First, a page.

Southwest North Dakota farmers, especially beef cattle ranchers, experienced a harsh year with not only the effects of the coronavirus but the summer drought as well, which caused for a drier than average growing season.
The majority of North Dakota received below-average precipitation and ranchers have reported up to 60% reductions in forage production on pasture, range and hay land, according to a report from North Dakota University Extension livestock specialists. As a result of the decrease in forage production, persistent drought and overgrazing impacts. 50% of the state’s pasture and range is considered in poor or very poor condition.
“In many areas, pasture and rangeland also experienced excess grazing pressure. These pastures may need extra time to recover before producers initiate grazing in 2021. Following the 2017 drought, grass development was delayed by as much as two weeks, primarily due to overgrazing and lack of moisture in the fall,” Livestock Environmental Stewardship Specialist Miranda Meehan said in a NDSU press release.
Byron Richard, owner of Richard Angus Ranch in Belfield, took the 2020 grazing season as not as disastrous as 2017. Richard runs approximately 50,000 acres between Beach, Sentinel Butte, Belfield and Fryburg with 600 registered cows and 1,000 commercial cows. Though the northern locations have proved to produce enough forage, in some cases where the forage production was not as adequate, Richard had to supplement different herds with hay and protein supplements.
“The drought really impacted us when we got into Stark and Billings counties here. Anything kind of (south) of the interstate was the line where you went south there, then it kind of definitely got dry — the driest area we had in our program is actual right here south of Belfield. Here it affected our production, we actually had to buy some feed where historically, we usually grow our own feed production,” Richard said. “We hadn’t really had to call any cattle; we were able to maneuver them around and take a few more up to that north end up there … But producers from around here, neighbors, some of them have had to call into their herds, cut their numbers back a little bit.”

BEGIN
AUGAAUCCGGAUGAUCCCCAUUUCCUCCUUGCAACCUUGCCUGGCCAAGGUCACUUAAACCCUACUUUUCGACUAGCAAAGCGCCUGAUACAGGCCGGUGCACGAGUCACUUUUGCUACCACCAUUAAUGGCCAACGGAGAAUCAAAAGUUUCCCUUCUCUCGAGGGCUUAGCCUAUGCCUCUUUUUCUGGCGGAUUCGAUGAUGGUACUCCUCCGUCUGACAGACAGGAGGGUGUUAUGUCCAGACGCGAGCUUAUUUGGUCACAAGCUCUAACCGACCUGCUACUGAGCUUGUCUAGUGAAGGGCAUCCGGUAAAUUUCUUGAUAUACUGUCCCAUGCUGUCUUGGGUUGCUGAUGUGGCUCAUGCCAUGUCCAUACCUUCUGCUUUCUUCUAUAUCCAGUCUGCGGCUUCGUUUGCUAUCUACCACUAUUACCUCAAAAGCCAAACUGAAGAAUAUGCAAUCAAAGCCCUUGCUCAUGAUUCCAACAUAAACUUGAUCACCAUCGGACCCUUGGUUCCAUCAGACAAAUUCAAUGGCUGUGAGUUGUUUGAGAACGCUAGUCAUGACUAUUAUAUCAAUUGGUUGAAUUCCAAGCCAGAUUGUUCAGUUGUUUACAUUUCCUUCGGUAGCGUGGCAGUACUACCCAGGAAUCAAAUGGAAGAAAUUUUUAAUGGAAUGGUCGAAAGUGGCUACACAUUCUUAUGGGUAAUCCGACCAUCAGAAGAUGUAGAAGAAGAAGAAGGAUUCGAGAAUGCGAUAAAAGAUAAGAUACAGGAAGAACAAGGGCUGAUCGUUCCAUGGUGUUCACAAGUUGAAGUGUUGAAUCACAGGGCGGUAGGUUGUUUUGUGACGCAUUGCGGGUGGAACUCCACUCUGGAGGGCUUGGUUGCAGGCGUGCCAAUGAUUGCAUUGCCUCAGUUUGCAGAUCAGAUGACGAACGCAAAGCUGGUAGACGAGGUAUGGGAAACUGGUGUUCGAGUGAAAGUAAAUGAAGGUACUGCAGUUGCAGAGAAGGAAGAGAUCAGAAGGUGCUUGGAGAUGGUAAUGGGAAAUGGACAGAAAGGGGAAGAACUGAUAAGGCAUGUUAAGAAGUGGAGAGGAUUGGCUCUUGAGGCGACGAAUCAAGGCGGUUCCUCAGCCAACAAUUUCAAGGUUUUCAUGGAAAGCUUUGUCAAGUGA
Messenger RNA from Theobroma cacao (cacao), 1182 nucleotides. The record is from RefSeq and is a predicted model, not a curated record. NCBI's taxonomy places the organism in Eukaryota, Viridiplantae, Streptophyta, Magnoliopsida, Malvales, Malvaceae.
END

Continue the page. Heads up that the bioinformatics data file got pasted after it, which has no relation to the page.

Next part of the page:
Richard, 59, noted that with his program spread out more than most producers, some places did not experience the drought nearly at all especially in Beach and Sentinel Butte where precipitation was fairly decent.
The only major impact the drought had on Richard’s operation was the 30 to 40 pound decrease in weaning weights of calves.
“We’re probably a little bit better than we were last year at this time, not a lot but fairly close to comparable. We’ve got a little optimism in the fact that moving forward here as our supply chains get caught up, we’re still behind the eight ball a little bit when the packer plants got shut down, cattle were backing up, dress weights got heavier so they’re slowly grinding their way through that and I think that’s why we’re starting to see a little bit of improvement in the market," Richard noted. "Is it a get rich scheme? No. But I will point out that I feel that the producers are in better shape this year than they were last year for one reason — there was money put out there because of the coronavirus… to compensate for some of that drop in the market.”
Richard said they also try to rotate pastures to prevent overgrazing.
“Going into a twice rotation that helped. We used to do a single rotation for a pasture, now we try to do it twice over,” he said. “There was not a lot of big changes, but a lot of little changes that seemed to make quite a difference there.”
For young producers, Richard encourages them to utilize the Natural Resources Conservation Service programs through the U.S. Department of Agriculture while also reaching out to wildlife stakeholders to establish a partnership.
“In agriculture, we all need to find partners that we can associate with, agree with and educate them to be supportive of our programs. And wildlife, to me, is a no-brainer,” he said, adding, “That’s the one we should be trying to develop, where you get that connection with some of the urban folks that like to get out in the country and you can kind of show them firsthand what it takes to make our business run and why certain things are detrimental for us that they don’t understand.”
Not only did the drought create some frustrations with farmers, but the coronavirus pandemic proved to be its own battle with the market. Richard said when everything began to shut down, they ran into supply interruptions with packing processors.
Although the pandemic has caused issues for everyone, it also created some opportunity to get the customer closer to the producer. Emily Richard, Byron Richard’s daughter-in-law and full-time employee at Richard Angus Ranch, wanted to be able to provide meat products locally to customers who want quality beef.